There are concrete steps that the Congo is ready to take, but they are complex and costly and require the active and long-term support of the international community, in particular the United States. First of all, the government has announced an ambitious program of political and administrative decentralization. Ideally, this would bring state authority closer to the people being governed and also result in a more equitable sharing of the nation’s revenue between the capital and the provinces. However, if it is to be successful, the Congolese government and its international partners must ensure that decentralization is accompanied by intensive capacity-building and training programs, stringent financial management systems, and sufficient resources to deliver social services.
Secondly, Congo plans to hold local elections in 2008. These promise to be at least as complicated and contentious as the 2006 national elections, with perhaps as many as 200,000 candidates vying for public office. Congo has a reputable electoral commission, but it will need major support from the UN, the United States, and NGOs if it is to acquit itself well in meeting the challenge.
Thirdly, if the newly signed cease-fire is to be translated into lasting peace, serious preparation must begin for the disarmament, demobilization, and reintegration of thousands of erstwhile combatants. The mistakes of similar exercises in Liberia and Sierra Leone, which were inadequately funded and sloppily executed, must be avoided. Likewise, efforts must be redoubled to professionalize the Congolese army, which from the first days of independence has been an important contributor to anarchy rather than order. As reforming the army will be a long-term project, it is essential that MONUC, the United Nations peacekeeping force in Congo, be kept in place for the immediate future to ensure some measure of security and stability.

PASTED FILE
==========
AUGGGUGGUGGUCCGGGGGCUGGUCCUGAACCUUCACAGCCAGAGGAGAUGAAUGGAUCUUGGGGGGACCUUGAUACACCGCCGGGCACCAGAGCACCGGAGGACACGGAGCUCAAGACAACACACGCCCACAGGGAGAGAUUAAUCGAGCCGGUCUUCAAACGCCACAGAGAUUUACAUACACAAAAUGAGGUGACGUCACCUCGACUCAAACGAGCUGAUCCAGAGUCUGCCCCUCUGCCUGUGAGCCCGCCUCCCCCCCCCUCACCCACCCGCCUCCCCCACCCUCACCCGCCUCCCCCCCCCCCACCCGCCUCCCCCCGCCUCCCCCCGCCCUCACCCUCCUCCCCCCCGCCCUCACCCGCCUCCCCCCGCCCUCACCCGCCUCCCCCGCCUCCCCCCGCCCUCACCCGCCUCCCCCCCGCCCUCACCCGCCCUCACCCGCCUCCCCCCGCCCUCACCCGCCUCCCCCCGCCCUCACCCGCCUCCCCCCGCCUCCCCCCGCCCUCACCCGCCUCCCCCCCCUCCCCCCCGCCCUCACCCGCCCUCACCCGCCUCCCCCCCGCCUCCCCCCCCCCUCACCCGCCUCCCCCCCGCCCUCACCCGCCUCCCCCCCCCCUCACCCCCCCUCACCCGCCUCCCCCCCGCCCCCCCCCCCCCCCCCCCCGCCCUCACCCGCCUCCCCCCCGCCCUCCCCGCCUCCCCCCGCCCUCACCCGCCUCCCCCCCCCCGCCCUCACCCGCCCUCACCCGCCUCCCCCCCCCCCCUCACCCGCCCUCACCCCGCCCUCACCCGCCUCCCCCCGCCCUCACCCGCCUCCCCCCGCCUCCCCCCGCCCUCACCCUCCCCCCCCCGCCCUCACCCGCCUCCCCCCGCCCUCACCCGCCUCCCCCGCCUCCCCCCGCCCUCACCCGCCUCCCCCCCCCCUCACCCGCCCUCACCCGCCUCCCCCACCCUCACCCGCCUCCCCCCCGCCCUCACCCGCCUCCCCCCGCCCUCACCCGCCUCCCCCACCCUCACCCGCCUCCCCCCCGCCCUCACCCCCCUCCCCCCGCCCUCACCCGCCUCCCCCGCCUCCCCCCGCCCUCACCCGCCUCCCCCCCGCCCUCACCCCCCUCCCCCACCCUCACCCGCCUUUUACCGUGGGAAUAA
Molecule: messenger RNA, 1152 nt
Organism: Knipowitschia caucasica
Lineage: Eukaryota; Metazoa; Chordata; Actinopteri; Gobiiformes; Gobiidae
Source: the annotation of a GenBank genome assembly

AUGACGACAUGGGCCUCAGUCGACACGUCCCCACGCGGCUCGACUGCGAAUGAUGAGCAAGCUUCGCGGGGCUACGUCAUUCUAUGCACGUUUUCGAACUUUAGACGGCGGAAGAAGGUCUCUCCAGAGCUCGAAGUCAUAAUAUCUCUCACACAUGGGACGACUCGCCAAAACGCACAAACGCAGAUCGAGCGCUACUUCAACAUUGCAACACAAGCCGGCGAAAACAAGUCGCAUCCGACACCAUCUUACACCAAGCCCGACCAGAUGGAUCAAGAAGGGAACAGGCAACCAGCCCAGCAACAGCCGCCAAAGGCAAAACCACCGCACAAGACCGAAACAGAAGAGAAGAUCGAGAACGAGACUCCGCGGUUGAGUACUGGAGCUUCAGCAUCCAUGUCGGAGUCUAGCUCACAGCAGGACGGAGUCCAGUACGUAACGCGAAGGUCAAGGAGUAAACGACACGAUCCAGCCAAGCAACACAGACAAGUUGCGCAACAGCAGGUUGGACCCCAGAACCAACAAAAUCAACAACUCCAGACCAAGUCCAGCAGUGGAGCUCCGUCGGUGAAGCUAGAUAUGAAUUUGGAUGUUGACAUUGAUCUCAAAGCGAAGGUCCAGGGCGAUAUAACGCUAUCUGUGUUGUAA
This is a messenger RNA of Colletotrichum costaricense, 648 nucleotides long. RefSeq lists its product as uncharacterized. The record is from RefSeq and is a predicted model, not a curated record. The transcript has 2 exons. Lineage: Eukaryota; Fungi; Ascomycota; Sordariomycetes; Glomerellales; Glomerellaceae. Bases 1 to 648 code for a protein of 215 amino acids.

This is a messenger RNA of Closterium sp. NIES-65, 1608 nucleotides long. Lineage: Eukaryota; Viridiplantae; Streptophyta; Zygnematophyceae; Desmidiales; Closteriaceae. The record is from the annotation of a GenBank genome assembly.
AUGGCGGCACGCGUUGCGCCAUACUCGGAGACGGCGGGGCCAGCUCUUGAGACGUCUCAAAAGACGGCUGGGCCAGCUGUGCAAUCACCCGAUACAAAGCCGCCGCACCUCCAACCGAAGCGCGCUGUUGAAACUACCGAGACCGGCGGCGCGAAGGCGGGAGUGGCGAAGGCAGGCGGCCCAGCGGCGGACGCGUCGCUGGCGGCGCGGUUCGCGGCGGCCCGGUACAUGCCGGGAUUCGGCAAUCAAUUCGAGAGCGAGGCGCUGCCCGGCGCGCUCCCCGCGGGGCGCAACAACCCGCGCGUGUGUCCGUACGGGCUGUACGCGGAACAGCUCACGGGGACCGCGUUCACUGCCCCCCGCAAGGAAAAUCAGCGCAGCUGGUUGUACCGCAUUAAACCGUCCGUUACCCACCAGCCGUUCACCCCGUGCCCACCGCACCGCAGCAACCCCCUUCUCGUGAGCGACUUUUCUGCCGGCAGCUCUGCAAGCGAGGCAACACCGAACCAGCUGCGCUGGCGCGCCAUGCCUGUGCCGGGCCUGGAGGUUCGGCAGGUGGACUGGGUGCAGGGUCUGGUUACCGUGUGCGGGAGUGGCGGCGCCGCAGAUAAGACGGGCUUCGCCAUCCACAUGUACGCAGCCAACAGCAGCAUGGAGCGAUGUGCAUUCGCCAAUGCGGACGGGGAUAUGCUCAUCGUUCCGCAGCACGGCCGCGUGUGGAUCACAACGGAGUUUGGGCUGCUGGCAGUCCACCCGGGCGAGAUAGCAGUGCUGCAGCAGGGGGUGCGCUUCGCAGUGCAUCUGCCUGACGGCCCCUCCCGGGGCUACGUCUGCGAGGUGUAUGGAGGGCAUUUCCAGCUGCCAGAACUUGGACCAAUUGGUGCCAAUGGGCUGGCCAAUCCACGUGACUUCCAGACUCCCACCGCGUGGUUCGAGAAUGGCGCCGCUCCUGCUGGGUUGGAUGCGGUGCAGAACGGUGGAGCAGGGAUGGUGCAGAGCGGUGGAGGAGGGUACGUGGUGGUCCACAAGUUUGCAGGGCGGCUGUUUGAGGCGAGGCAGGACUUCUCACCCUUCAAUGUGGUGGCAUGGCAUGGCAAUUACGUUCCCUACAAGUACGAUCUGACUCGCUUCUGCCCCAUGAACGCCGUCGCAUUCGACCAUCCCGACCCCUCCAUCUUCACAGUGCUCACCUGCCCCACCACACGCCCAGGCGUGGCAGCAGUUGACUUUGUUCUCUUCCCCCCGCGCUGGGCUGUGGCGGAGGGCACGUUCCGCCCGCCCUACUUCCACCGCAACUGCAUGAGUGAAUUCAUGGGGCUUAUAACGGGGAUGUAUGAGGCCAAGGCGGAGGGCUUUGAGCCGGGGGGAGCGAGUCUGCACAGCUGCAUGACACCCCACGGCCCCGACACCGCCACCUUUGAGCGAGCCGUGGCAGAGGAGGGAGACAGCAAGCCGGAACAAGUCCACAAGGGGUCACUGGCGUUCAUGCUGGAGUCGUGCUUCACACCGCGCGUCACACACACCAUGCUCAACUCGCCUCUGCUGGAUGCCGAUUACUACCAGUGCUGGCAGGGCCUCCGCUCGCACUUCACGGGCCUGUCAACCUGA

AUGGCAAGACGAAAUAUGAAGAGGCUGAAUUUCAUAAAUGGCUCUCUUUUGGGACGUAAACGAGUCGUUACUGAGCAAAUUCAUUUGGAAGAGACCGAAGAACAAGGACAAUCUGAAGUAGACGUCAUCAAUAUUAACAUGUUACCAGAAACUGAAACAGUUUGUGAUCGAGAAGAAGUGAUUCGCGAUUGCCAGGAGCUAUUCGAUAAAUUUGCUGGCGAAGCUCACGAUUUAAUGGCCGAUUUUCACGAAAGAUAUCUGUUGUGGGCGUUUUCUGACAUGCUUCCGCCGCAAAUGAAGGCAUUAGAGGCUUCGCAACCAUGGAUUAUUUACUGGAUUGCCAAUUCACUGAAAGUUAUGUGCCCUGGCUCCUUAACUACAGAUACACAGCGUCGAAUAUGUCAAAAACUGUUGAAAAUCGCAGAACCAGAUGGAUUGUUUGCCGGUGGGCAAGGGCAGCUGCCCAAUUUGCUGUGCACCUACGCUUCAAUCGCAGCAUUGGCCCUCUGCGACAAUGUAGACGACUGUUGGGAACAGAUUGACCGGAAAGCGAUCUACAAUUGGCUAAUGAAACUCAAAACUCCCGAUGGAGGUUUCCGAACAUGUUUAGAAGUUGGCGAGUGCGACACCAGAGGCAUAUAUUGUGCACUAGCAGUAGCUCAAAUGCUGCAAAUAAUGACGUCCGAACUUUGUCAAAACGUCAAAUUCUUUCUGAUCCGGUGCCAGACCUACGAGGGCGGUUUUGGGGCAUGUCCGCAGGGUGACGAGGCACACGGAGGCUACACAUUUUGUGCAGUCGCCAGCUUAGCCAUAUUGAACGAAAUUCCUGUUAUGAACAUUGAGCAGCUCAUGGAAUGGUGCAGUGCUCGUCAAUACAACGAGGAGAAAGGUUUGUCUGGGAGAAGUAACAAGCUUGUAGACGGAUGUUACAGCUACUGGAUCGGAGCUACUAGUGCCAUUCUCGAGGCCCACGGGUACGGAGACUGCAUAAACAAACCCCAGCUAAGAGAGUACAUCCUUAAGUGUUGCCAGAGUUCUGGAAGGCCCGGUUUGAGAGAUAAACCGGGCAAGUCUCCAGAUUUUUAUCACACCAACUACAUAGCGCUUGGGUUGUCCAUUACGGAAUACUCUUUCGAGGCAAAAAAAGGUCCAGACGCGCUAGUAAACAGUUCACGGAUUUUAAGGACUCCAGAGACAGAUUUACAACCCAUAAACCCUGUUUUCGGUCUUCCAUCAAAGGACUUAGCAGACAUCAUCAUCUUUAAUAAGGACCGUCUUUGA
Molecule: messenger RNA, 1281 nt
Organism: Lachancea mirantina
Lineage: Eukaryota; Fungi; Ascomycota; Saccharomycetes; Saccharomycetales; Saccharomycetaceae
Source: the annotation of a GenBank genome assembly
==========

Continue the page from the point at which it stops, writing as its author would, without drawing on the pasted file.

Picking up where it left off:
Finally, Congo must join the battle against its endemic corruption. King Leopold epitomized the problem when he said, “my rights over the Congo are to be shared by none.” In modern times, Congolese speak of an apocryphal 15th clause in the national Constitution which ostensibly states “Debrouillez Vous” (Help Yourself). This has cynically been cited as justification by ordinary people to do whatever is necessary to survive and by elites as a license to steal on a colossal scale. Some progress has been taken to address the disease, particularly by local civil society groups, but much more needs to be done. Activist media, an impartial judicial system, vigorous law enforcement, and an improved economy are all important ingredients. But given the deference to authority that characterizes African political life, it is absolutely essential that the country’s political class set an example of honest and ethical leadership. It’s also worth remembering that given the country’s enormous natural wealth, foreign governments should police the economic conduct of their own nationals and companies, which have not been above contributing to a culture of corruption.
Certainly the United States should support and encourage the efforts of the Kabila government, assisted by the United Nations, to quell civil unrest in the country’s wild east, but not at the risk of losing sight of the long game. Ultimately, it is governance not guns which must rule the Congo, and improvements in governance should be the primary focus of U.S. policymakers in their efforts to help the longsuffering Congolese people. ______________________________________________________________________
Chris Hennemeyer is the Africa Regional Director for IFES (the International Foundation for Elections Systems) based in Washington, D.C. He first went to Africa as a child in 1961, and since then has spent more than 20 years on the continent, primarily working in the humanitarian and democracy and governance fields.